Rays News

Tampa Bay Rays: Pandemic-shortened season could turn into strike

By Seth Carter
CINCINNATI, OH - JULY 13: Executive Director of the Major League Baseball Players Association Tony Clark talks to reporters during the MLB All Star Media Availability Day at the Westin Cincinnati Hotel on July 13, 2015 in Cincinnati, Ohio. (Photo by Mark Cunningham/MLB Photos via Getty Images)
CINCINNATI, OH - JULY 13: Executive Director of the Major League Baseball Players Association Tony Clark talks to reporters during the MLB All Star Media Availability Day at the Westin Cincinnati Hotel on July 13, 2015 in Cincinnati, Ohio. (Photo by Mark Cunningham/MLB Photos via Getty Images) /
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Tampa Bay Rays News: MLB Owners made their latest pitch to the MLBPA today. It didn’t go well.

On a day when Tampa Bay Rays pitcher Blake Snell signed with super-agent Scott Boras, the league presented an alternative plan for the 2020 season after the MLBPA wadded up the first one, collectively masticated it, and then swallowed it whole.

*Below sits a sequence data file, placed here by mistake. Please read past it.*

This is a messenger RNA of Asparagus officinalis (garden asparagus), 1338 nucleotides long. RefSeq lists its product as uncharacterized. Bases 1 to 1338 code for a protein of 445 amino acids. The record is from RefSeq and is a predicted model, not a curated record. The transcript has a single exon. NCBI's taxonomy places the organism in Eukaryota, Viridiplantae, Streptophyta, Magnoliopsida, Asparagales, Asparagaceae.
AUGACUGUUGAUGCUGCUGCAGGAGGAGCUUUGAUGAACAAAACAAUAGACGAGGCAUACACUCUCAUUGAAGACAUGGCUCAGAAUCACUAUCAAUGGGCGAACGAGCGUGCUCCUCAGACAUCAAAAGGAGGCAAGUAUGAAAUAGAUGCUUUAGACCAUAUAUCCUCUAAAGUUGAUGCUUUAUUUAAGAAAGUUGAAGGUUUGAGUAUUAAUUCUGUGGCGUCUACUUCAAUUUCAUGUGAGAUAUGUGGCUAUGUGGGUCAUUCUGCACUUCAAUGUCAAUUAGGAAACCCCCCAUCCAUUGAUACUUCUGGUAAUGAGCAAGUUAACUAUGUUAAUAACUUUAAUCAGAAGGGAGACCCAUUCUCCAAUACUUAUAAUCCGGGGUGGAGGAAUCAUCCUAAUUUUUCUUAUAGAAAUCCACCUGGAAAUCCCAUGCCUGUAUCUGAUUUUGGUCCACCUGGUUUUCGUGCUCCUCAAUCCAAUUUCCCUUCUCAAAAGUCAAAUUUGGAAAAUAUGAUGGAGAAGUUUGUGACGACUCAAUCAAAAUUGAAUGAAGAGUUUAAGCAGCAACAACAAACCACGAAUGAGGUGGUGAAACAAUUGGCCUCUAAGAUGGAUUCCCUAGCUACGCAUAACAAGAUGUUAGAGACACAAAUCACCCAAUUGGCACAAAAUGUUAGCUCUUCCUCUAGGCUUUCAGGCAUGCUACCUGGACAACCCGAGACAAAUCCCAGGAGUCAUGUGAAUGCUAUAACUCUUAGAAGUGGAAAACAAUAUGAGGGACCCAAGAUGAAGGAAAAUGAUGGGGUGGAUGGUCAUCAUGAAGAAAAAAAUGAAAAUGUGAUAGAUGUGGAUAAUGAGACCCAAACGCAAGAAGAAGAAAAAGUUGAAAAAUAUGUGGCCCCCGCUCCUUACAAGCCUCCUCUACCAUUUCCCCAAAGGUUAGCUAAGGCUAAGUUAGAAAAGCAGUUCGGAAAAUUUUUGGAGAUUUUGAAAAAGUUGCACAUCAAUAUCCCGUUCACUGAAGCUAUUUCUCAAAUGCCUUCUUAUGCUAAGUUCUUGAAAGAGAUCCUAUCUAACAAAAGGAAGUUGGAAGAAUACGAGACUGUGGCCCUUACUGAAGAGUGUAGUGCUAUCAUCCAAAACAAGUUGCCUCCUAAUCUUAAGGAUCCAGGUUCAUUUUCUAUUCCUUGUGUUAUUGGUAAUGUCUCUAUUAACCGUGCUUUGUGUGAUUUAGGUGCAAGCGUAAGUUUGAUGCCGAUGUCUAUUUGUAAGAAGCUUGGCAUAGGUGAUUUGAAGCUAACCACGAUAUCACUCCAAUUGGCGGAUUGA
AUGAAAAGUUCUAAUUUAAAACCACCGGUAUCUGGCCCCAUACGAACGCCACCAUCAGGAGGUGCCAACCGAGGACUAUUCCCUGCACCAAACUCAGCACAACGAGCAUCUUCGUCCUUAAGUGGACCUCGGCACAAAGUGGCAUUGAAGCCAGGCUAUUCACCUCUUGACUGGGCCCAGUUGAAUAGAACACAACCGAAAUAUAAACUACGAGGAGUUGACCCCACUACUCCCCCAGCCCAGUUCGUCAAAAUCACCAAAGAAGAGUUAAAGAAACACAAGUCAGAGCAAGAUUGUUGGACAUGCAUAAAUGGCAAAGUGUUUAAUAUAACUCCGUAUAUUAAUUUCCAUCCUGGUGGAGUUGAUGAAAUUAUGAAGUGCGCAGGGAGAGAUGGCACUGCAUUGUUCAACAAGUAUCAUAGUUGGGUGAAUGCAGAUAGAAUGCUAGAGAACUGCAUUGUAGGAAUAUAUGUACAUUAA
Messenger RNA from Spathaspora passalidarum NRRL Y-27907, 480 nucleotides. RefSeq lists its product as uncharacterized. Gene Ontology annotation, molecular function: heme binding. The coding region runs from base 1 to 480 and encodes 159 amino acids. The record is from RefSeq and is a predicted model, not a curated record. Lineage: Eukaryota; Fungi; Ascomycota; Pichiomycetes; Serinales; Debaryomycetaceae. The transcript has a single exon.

Of course, the big divide is in the money. Owners want to make up for the lost revenue due to empty stadiums and lack of ticket sales, merchandise, food, and beer, by having players take a larger pay cut than the one they are already taking in a shortened season.

Today’s proposal included a sliding scale, which helped secure a higher floor for the lower-paid players, but asked the highest-paid players to take the largest cuts in pay.

Gerrit Cole signed on for $36 million this year over 162 games. Now, they are telling him if he plays in 82 games he’ll get about $9 million.

And to Blake Snell’s point, they are asking the players to perform with increased risk due to the coronavirus. This isn’t going to fly. It just isn’t. If you’ve ever watched baseball or followed along with the distrust between the players and the owners, you know this is not going to work.

USA Today’s Bob Nightengale reported that the MLBPA views these proposed cuts to the game’s biggest stars as “massive.”

Clearly the players are not only insulted by the most recent proposal, they feel the owners are waging a public war.

The owners appear to be hedging their bets in case a second wave breaks out and the lucrative postseason tv contracts don’t payout.

We thought we were inching toward a season, now it seems like we are inching toward a strike.

Sadly, if the owners aren’t willing to work with the players then it appears we won’t have a regular season, let alone a postseason. There’s too much money to lose. They have to meet in the middle somewhere.

Next. Blake Snell: Spoiled millionaire or misunderstood?. dark

Meanwhile, they wage a public war involving billions of dollars. Mud is flying all over the internet. Let’s just try and keep our heads down and hope for some Tampa Bay Rays baseball in the 2020 season.

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